Filmmaker Roman Polanski has directed stellar films for decades. He has earned the title of “Best Director” at the Golden Globe Awards in 1975 and at the Academy Awards in 2003. He has been widely recognized, with almost all of his films subject to critical acclaim. At least that’s what I’m told.
I have never seen a Roman Polanski film and I never will. UNC’s Institute for the Arts and Humanities is hosting a three-part series featuring Polanski’s films at no cost at the Varsity on Franklin Street. I certainly will not be attending.
Because along with his numerous accolades, Polanski was also convicted of statutory rape of a 13-year-old girl in 1977, a crime for which justice was never served. Following his conviction, Polanski cowardly fled the U.S. to avoid sentencing. He has not returned.
Polanski pleaded guilty. The unconscionable crime has gone unpunished for too long. He owes an unpaid debt to society. And unless he plans on serving out his prison sentence, the University should not glorify him by holding a series in his honor.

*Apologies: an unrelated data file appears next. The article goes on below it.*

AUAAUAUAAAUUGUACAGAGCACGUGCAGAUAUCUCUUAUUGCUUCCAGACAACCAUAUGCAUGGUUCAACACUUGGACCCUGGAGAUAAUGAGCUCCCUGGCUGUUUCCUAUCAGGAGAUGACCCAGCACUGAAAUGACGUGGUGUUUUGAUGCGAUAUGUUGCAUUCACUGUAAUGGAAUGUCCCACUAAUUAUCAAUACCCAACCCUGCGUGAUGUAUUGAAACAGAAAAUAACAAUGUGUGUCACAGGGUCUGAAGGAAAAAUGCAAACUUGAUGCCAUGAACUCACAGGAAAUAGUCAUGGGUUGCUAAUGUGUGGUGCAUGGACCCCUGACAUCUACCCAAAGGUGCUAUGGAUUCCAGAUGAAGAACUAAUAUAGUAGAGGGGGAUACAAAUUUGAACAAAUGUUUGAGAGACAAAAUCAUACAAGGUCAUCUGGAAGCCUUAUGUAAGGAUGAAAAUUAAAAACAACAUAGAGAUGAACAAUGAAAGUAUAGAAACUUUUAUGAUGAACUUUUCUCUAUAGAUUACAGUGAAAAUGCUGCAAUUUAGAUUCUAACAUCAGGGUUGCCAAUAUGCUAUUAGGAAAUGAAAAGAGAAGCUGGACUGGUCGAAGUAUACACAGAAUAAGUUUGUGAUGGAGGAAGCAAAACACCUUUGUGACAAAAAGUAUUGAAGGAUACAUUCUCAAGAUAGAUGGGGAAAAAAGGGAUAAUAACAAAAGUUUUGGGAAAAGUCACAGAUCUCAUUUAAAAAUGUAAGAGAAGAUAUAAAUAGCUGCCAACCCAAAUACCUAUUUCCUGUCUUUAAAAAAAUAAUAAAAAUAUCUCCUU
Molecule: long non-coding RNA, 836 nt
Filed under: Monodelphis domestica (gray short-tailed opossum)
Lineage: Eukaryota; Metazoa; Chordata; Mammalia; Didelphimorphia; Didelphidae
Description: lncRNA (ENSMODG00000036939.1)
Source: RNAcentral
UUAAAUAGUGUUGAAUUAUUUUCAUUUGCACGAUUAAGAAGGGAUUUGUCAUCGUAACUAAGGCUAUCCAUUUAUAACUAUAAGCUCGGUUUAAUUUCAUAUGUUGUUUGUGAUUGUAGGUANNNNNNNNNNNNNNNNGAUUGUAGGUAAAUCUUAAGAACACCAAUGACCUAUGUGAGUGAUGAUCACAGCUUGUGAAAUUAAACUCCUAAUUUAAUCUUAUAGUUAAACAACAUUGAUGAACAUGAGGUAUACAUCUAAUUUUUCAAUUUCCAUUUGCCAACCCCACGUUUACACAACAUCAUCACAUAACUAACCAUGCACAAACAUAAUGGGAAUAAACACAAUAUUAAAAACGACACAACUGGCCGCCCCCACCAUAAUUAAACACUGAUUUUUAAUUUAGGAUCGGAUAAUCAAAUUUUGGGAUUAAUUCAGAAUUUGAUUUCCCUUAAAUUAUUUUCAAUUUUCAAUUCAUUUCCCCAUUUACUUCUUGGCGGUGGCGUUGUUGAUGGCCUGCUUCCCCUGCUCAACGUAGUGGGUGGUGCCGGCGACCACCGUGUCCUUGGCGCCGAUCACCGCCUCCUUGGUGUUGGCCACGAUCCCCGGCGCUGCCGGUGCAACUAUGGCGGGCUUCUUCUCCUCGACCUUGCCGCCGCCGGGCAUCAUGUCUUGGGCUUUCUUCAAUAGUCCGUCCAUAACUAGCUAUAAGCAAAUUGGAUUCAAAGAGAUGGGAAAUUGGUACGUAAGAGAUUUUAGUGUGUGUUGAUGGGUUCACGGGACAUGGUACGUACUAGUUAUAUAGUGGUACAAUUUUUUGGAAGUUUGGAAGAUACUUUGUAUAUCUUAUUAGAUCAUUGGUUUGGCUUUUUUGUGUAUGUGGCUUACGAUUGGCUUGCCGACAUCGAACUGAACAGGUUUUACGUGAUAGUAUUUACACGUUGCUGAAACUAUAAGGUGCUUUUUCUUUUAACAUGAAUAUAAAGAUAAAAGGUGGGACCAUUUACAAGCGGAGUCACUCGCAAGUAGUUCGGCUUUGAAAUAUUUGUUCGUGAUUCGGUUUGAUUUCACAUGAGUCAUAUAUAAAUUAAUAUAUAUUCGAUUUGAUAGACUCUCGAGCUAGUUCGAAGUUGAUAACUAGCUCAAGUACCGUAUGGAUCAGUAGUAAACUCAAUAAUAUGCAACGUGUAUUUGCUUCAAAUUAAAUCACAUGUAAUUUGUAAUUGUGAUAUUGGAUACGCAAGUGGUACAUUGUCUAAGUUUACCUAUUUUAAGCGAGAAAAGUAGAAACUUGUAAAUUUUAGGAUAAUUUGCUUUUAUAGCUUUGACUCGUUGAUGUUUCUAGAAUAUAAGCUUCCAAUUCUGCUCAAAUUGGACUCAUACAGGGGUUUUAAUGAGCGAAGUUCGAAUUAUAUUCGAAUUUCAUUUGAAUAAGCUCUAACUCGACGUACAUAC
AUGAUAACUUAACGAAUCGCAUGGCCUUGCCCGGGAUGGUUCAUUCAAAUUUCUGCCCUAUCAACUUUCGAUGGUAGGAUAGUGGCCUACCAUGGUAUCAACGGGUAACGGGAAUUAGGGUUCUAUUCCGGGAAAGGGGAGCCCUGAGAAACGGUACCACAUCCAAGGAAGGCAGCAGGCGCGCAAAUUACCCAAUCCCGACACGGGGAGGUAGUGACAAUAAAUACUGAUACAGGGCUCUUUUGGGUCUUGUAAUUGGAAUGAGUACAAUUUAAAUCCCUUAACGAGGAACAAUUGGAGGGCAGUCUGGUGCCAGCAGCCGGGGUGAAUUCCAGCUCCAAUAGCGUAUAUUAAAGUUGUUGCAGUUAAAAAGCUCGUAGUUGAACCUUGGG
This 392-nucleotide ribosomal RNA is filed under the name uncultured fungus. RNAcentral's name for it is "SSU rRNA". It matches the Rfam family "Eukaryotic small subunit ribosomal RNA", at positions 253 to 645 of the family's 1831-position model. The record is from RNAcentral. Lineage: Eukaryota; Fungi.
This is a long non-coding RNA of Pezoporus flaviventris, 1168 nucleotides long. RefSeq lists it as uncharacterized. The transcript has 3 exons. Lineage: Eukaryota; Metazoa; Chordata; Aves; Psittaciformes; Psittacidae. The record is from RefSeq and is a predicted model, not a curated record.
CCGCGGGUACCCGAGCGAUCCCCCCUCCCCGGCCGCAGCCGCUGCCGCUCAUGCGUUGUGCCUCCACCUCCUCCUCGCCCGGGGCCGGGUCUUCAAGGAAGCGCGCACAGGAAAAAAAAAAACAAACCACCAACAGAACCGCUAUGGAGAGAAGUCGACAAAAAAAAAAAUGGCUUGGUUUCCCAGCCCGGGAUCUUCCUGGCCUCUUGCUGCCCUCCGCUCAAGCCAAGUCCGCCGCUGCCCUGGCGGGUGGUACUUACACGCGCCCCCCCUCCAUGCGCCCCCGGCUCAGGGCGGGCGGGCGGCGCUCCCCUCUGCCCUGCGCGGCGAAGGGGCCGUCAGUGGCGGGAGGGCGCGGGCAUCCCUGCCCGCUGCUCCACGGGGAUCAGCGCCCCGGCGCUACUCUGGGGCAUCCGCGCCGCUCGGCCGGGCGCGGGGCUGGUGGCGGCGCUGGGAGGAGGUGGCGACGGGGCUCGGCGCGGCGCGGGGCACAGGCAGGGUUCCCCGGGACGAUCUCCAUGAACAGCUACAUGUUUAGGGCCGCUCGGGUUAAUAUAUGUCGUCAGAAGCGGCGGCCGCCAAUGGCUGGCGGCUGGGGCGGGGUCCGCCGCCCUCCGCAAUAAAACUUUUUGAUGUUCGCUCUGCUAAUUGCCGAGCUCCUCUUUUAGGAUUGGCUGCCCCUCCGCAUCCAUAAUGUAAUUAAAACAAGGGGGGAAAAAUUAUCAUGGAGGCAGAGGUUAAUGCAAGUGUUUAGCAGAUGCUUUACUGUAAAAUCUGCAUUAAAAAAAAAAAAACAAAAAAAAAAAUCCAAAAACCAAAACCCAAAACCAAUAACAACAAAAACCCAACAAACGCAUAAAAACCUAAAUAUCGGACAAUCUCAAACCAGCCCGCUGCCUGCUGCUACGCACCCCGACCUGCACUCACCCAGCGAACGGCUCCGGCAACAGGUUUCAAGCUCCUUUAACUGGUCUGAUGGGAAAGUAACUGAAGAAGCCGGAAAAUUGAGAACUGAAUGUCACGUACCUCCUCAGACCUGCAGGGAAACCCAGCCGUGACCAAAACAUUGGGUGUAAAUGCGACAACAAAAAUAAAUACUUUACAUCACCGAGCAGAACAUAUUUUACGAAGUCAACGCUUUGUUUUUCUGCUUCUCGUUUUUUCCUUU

UNC’s Honor Code, which upholds integrity and fairness at this great University, was established so that it could “protect the community from those who, for whatever reason, do not embody these values in their conduct.”
As a member of the global community, UNC has a responsibility not to support filmmakers who violate our code. We can and should uphold our own standards of integrity.
If the Varsity Theater wants to show a Polanski film this weekend, that is their choice. But UNC should not be honoring a convicted pedophile. Artistic talent aside, UNC should not lend a platform to him.
Sam Jacobson is an Editorial Board member for The Daily Tar Heel. He is a senior political science major from Bethesda, MD. Email him at firstname.lastname@example.org.
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